According to North Carolina State University, only the ruby-throated hummingbird lives throughout the eastern half of the U.S. and southern Canada. Hummingbirds migrate away from North Carolina during colder months and come back when it's … continue reading
Ruby-throated Hummingbirds are eastern North America’s only breeding hummingbird. But in terms of area, this species occupies the largest breeding range of any North American hummingbird. They begin to appear in North Carolina during the… continue reading
Click to hear a short announcement about National Bird Feeding Month
We have customers tell us all the time about how much they enjoy watching the variety of birds that gather and feast outside their windows or in their backyards. Feeding wild birds is one of the easiest and most beautiful ways to observe and appreciate wildlife. It’s simple! Just by setting up a feeder on your property, you will see avian visitors up close, and learn more about the types of birds that frequent your neighborhood. Following are some common birds you will see in this area during the winter: Sparrows are primarily seed eaters, but also enjoy eating small insects. Though they are not flashy in color, and may often be overlooked or considered common, the sparrow is a very melodious bird. Chickadees are highly curious about everything, including humans. The black cap and bib, white cheeks and gray back, wings and tail make it an easy bird to distinguish and identify. The house finch is commonly found in North America, and is an adaptable, colorful and cheery voiced bird.
Feeding Birds is ImportantFeeding birds helps to sustain local wild bird populations, especially during the cold, harsh winters and challenging migration periods. During the winter season, you’ll want to make sure your bird feeders are refilled every morning. It’s important to keep feeders full as birds often seek out reliable food sources to help them survive the colder months. Feeders should be set up where they are easy to see and convenient to fill. They should be placed where seed-hungry squirrels and bird-hungry cats cannot reach them, and if near a window, no more than three feet from the glass to prevent possible collisions. When looking for bird feeders, consider the type of feeder and the size of its holes to know what kind of food would work best. While some birds enjoy eating from the ground, others prefer tube feeders – hollow cylinders with multiple feeding ports and perches. Tube feeders attract small perching birds such as finches, goldfinches, titmice, and chickadees. They allow seed to flow only when birds peck at it, which helps keep any spillage to a minimum. Once your feeders are filled and hung they are all ready for hungry birds to come feast. It doesn’t take long before they start arriving. However, some birds will patiently wait for the seed to be replenished. Even if your bird visitors are not entirely dependent on your food supply, try not to leave them without food. If you plan to be away, fill extra feeders, or ask a willing neighbor to continue feeding your birds until you return. When first starting to feed birds, it may take time for new feeders to be discovered. Don’t be surprised if the feeding station doesn’t get visitors right away. As long as feeders are clean and filled with fresh seed, the birds will find them. There is always something amazing to see when watching and feeding our wild avian friends. It is especially comforting to know that you are helping our wild bird populations survive the cold season. What birds are you seeing outside your window or in your backyard?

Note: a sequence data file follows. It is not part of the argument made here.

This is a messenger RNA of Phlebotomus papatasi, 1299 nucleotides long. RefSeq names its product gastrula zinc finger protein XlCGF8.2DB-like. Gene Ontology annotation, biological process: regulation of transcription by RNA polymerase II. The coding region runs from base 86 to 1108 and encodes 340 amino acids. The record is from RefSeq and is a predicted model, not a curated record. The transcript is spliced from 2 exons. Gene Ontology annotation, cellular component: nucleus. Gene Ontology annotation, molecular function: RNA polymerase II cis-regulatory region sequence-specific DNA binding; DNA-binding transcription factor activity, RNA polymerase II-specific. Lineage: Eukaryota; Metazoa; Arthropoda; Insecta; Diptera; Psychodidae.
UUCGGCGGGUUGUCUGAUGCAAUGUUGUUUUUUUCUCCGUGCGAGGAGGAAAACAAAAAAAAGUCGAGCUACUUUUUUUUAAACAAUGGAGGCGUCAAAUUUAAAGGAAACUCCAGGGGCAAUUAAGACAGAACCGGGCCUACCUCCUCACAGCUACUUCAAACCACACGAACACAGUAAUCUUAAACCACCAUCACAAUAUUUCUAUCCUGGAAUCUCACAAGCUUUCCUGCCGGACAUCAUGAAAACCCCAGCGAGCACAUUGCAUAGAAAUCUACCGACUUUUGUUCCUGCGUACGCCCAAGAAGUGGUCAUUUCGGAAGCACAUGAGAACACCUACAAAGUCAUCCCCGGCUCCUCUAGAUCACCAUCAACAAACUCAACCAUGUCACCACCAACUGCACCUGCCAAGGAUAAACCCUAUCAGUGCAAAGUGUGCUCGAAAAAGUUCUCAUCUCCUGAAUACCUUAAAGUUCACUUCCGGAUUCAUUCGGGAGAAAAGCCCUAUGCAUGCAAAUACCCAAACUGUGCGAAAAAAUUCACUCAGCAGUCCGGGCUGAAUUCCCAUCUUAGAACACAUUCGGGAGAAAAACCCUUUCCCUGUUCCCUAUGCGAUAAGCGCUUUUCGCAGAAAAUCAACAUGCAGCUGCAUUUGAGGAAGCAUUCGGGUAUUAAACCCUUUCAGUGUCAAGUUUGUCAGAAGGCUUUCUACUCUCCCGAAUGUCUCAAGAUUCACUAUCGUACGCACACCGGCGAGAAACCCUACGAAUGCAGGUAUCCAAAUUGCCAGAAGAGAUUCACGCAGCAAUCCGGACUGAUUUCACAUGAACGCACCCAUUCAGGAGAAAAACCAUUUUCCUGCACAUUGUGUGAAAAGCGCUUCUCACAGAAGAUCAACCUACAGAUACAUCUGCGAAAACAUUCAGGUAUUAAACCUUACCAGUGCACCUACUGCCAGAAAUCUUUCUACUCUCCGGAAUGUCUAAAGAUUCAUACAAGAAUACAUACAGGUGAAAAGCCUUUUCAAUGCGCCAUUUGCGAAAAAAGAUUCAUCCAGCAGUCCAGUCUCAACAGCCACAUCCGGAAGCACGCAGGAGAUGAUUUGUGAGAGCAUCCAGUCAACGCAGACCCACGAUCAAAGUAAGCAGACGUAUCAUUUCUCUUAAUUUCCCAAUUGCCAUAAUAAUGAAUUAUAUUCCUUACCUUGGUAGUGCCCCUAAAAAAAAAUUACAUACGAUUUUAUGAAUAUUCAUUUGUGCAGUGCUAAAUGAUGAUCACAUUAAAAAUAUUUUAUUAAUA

Backyard Birds is proud to be celebrating its 20th anniversary this month. Backyard Birds brings nature-loving consumers a unique in-store shopping experience, highlighting the joy and excitement of attracting wildlife for people of all ages… continue reading
The red-shouldered hawk occurs throughout the eastern United States, west to the eastern edge of the Great Plains. It also lives in southern Canada, northeastern Mexico and in western California. The red-shouldered hawk nests, overwinters,… continue reading
Bird Friendly Coffee The Smithsonian Migratory Bird Center (SMBC) has developed the only 100% organic and shade-grown coffee certification dedicated to fostering greater understanding, appreciation, and protection of bird migration: Bird Friendly®. No other bag… continue reading
Our pollinator garden-in-a-pot in front of Backyard Birds has gotten a lot of interest since we planted it. Each plant is native to this area and is beneficial to our pollinating animals such as birds, bees, butterflies, moths,… continue reading
The Butterfly Highway is a statewide conservation initiative that aims to restore native pollinator habitats to areas impacted by urbanization, land use change and agriculture. From backyard pollinator “pit stops” to large-scale roadside habitat restoration,… continue reading